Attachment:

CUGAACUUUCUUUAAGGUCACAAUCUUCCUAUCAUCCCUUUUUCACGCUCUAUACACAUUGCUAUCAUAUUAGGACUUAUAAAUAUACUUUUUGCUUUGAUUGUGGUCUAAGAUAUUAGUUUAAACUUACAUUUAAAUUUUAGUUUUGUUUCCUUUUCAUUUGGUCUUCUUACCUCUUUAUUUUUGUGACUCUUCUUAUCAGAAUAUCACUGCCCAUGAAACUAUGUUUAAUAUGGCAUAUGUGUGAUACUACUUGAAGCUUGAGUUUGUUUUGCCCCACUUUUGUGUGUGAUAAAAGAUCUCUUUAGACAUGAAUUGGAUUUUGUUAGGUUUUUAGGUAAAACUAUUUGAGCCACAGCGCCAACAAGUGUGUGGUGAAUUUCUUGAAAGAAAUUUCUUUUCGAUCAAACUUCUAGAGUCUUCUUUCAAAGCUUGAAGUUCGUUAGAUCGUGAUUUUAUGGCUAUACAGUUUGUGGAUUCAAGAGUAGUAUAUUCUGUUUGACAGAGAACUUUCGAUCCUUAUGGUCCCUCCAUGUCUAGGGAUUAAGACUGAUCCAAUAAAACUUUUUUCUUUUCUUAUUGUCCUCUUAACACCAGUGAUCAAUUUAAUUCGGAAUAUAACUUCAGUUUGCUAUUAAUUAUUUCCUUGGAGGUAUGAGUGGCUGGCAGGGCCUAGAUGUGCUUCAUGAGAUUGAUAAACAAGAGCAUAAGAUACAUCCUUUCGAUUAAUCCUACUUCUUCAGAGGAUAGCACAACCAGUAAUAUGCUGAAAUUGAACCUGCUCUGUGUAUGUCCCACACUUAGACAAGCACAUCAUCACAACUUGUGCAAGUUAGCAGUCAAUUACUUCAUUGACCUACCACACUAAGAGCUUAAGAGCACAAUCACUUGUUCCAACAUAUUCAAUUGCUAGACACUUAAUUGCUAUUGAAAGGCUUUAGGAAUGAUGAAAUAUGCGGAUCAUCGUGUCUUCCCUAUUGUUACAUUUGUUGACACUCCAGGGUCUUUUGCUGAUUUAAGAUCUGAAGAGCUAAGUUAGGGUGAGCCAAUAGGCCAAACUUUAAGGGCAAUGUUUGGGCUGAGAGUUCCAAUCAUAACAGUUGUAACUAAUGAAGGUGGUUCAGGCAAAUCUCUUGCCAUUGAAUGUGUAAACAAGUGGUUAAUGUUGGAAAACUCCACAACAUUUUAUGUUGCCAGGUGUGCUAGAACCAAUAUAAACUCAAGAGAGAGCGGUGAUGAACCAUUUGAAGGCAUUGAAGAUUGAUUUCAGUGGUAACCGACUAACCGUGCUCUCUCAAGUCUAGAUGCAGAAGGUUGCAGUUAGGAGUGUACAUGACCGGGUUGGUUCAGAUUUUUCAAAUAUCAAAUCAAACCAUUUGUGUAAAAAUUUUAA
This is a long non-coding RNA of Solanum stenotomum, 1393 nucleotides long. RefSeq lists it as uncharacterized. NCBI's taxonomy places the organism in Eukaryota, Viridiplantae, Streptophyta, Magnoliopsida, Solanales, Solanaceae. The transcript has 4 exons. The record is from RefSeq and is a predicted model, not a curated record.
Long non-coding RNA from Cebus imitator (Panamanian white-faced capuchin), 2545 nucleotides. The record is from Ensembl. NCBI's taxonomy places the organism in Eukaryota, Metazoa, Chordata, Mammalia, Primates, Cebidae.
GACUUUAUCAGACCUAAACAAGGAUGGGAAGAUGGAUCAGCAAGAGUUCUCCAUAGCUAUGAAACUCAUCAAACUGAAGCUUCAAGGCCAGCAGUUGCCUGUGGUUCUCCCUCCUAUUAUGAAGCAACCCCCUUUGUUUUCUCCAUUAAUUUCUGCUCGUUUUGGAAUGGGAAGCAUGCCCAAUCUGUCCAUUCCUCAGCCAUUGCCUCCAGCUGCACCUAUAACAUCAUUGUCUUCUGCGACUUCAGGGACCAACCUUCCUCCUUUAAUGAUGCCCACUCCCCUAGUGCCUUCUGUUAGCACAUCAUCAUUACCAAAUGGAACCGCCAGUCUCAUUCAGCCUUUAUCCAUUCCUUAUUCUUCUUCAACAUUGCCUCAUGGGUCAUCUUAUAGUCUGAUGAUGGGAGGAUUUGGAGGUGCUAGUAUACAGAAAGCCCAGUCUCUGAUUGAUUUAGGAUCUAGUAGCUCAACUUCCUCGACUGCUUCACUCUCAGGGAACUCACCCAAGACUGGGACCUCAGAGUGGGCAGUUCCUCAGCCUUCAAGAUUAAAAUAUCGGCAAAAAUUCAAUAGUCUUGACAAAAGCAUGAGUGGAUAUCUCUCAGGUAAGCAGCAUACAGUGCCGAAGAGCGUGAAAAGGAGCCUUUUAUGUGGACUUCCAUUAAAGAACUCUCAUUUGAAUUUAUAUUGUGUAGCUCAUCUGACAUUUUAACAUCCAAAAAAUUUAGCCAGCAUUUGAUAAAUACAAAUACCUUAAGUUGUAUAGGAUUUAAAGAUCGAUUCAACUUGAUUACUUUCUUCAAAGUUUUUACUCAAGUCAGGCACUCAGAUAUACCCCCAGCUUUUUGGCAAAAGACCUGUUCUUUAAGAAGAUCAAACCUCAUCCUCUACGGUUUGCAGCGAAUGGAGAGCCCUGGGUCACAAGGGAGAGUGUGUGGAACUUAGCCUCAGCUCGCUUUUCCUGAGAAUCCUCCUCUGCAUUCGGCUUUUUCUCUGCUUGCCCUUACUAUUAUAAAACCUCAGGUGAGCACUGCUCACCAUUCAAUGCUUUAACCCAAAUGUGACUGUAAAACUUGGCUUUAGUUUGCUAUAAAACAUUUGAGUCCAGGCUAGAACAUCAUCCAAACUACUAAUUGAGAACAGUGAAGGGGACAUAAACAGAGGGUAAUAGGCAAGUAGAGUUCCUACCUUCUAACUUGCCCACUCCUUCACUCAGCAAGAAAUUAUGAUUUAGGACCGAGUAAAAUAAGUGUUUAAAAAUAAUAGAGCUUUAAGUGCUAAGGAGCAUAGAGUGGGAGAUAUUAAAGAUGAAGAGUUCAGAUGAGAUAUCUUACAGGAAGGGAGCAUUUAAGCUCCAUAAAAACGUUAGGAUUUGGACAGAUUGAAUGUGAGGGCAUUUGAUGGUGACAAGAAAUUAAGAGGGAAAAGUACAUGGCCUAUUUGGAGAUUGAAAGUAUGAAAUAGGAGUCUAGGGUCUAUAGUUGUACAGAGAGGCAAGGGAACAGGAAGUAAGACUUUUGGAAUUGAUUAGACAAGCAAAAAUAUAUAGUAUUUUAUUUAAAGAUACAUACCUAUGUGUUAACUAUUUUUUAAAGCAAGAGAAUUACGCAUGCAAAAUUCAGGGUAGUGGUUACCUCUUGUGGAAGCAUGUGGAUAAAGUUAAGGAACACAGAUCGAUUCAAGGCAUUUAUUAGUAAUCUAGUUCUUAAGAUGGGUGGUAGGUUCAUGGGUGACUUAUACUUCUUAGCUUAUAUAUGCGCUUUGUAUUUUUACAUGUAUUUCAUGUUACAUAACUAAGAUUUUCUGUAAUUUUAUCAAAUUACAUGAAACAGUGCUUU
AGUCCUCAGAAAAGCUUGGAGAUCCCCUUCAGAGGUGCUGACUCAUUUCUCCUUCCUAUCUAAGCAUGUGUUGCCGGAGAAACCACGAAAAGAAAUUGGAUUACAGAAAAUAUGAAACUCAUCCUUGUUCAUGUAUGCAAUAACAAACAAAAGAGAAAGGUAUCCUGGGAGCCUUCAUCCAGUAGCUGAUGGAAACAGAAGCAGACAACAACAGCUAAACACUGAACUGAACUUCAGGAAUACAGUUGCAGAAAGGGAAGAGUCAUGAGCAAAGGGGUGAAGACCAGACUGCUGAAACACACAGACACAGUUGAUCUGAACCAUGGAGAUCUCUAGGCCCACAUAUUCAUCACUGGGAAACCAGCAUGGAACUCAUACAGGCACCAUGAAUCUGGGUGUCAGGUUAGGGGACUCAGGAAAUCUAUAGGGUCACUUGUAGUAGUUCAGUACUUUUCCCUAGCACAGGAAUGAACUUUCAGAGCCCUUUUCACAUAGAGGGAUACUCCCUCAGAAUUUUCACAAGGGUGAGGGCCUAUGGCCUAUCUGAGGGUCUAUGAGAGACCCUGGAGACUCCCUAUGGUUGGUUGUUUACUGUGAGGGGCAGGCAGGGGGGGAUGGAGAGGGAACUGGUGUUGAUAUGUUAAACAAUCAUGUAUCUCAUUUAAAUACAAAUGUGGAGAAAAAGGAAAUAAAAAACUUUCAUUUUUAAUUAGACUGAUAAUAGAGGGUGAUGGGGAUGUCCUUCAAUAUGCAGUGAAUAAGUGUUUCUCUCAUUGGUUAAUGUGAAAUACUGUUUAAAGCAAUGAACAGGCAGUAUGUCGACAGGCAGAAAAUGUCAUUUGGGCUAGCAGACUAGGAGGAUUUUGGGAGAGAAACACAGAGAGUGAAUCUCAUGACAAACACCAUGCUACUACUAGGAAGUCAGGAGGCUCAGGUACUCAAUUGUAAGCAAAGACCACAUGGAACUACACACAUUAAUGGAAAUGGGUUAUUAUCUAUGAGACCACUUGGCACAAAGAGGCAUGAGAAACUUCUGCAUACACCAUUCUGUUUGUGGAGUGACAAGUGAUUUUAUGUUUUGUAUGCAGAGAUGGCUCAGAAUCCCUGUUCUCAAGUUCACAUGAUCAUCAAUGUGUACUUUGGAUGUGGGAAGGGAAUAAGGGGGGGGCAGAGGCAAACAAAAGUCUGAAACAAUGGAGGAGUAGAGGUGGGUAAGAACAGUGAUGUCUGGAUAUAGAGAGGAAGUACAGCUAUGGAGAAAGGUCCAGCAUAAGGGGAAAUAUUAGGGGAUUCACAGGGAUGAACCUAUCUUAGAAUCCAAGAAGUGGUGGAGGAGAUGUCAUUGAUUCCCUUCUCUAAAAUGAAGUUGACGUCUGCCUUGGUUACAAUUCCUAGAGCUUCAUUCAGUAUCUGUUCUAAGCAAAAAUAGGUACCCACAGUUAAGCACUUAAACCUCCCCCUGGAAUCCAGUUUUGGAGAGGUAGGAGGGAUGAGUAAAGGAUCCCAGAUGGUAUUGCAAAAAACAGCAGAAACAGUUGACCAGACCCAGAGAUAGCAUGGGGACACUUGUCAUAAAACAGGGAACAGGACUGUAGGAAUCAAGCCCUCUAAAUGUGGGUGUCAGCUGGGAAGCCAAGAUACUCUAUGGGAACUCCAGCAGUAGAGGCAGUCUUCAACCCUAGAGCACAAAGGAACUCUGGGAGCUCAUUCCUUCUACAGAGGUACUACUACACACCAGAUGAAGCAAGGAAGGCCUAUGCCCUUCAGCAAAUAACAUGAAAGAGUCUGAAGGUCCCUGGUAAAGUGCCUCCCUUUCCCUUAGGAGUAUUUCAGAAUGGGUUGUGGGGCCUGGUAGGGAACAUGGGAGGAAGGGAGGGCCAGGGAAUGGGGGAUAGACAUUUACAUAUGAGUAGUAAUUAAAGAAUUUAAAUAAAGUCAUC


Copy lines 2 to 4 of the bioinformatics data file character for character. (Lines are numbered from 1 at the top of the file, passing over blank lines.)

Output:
This is a long non-coding RNA of Solanum stenotomum, 1393 nucleotides long. RefSeq lists it as uncharacterized. NCBI's taxonomy places the organism in Eukaryota, Viridiplantae, Streptophyta, Magnoliopsida, Solanales, Solanaceae. The transcript has 4 exons. The record is from RefSeq and is a predicted model, not a curated record.
Long non-coding RNA from Cebus imitator (Panamanian white-faced capuchin), 2545 nucleotides. The record is from Ensembl. NCBI's taxonomy places the organism in Eukaryota, Metazoa, Chordata, Mammalia, Primates, Cebidae.
GACUUUAUCAGACCUAAACAAGGAUGGGAAGAUGGAUCAGCAAGAGUUCUCCAUAGCUAUGAAACUCAUCAAACUGAAGCUUCAAGGCCAGCAGUUGCCUGUGGUUCUCCCUCCUAUUAUGAAGCAACCCCCUUUGUUUUCUCCAUUAAUUUCUGCUCGUUUUGGAAUGGGAAGCAUGCCCAAUCUGUCCAUUCCUCAGCCAUUGCCUCCAGCUGCACCUAUAACAUCAUUGUCUUCUGCGACUUCAGGGACCAACCUUCCUCCUUUAAUGAUGCCCACUCCCCUAGUGCCUUCUGUUAGCACAUCAUCAUUACCAAAUGGAACCGCCAGUCUCAUUCAGCCUUUAUCCAUUCCUUAUUCUUCUUCAACAUUGCCUCAUGGGUCAUCUUAUAGUCUGAUGAUGGGAGGAUUUGGAGGUGCUAGUAUACAGAAAGCCCAGUCUCUGAUUGAUUUAGGAUCUAGUAGCUCAACUUCCUCGACUGCUUCACUCUCAGGGAACUCACCCAAGACUGGGACCUCAGAGUGGGCAGUUCCUCAGCCUUCAAGAUUAAAAUAUCGGCAAAAAUUCAAUAGUCUUGACAAAAGCAUGAGUGGAUAUCUCUCAGGUAAGCAGCAUACAGUGCCGAAGAGCGUGAAAAGGAGCCUUUUAUGUGGACUUCCAUUAAAGAACUCUCAUUUGAAUUUAUAUUGUGUAGCUCAUCUGACAUUUUAACAUCCAAAAAAUUUAGCCAGCAUUUGAUAAAUACAAAUACCUUAAGUUGUAUAGGAUUUAAAGAUCGAUUCAACUUGAUUACUUUCUUCAAAGUUUUUACUCAAGUCAGGCACUCAGAUAUACCCCCAGCUUUUUGGCAAAAGACCUGUUCUUUAAGAAGAUCAAACCUCAUCCUCUACGGUUUGCAGCGAAUGGAGAGCCCUGGGUCACAAGGGAGAGUGUGUGGAACUUAGCCUCAGCUCGCUUUUCCUGAGAAUCCUCCUCUGCAUUCGGCUUUUUCUCUGCUUGCCCUUACUAUUAUAAAACCUCAGGUGAGCACUGCUCACCAUUCAAUGCUUUAACCCAAAUGUGACUGUAAAACUUGGCUUUAGUUUGCUAUAAAACAUUUGAGUCCAGGCUAGAACAUCAUCCAAACUACUAAUUGAGAACAGUGAAGGGGACAUAAACAGAGGGUAAUAGGCAAGUAGAGUUCCUACCUUCUAACUUGCCCACUCCUUCACUCAGCAAGAAAUUAUGAUUUAGGACCGAGUAAAAUAAGUGUUUAAAAAUAAUAGAGCUUUAAGUGCUAAGGAGCAUAGAGUGGGAGAUAUUAAAGAUGAAGAGUUCAGAUGAGAUAUCUUACAGGAAGGGAGCAUUUAAGCUCCAUAAAAACGUUAGGAUUUGGACAGAUUGAAUGUGAGGGCAUUUGAUGGUGACAAGAAAUUAAGAGGGAAAAGUACAUGGCCUAUUUGGAGAUUGAAAGUAUGAAAUAGGAGUCUAGGGUCUAUAGUUGUACAGAGAGGCAAGGGAACAGGAAGUAAGACUUUUGGAAUUGAUUAGACAAGCAAAAAUAUAUAGUAUUUUAUUUAAAGAUACAUACCUAUGUGUUAACUAUUUUUUAAAGCAAGAGAAUUACGCAUGCAAAAUUCAGGGUAGUGGUUACCUCUUGUGGAAGCAUGUGGAUAAAGUUAAGGAACACAGAUCGAUUCAAGGCAUUUAUUAGUAAUCUAGUUCUUAAGAUGGGUGGUAGGUUCAUGGGUGACUUAUACUUCUUAGCUUAUAUAUGCGCUUUGUAUUUUUACAUGUAUUUCAUGUUACAUAACUAAGAUUUUCUGUAAUUUUAUCAAAUUACAUGAAACAGUGCUUU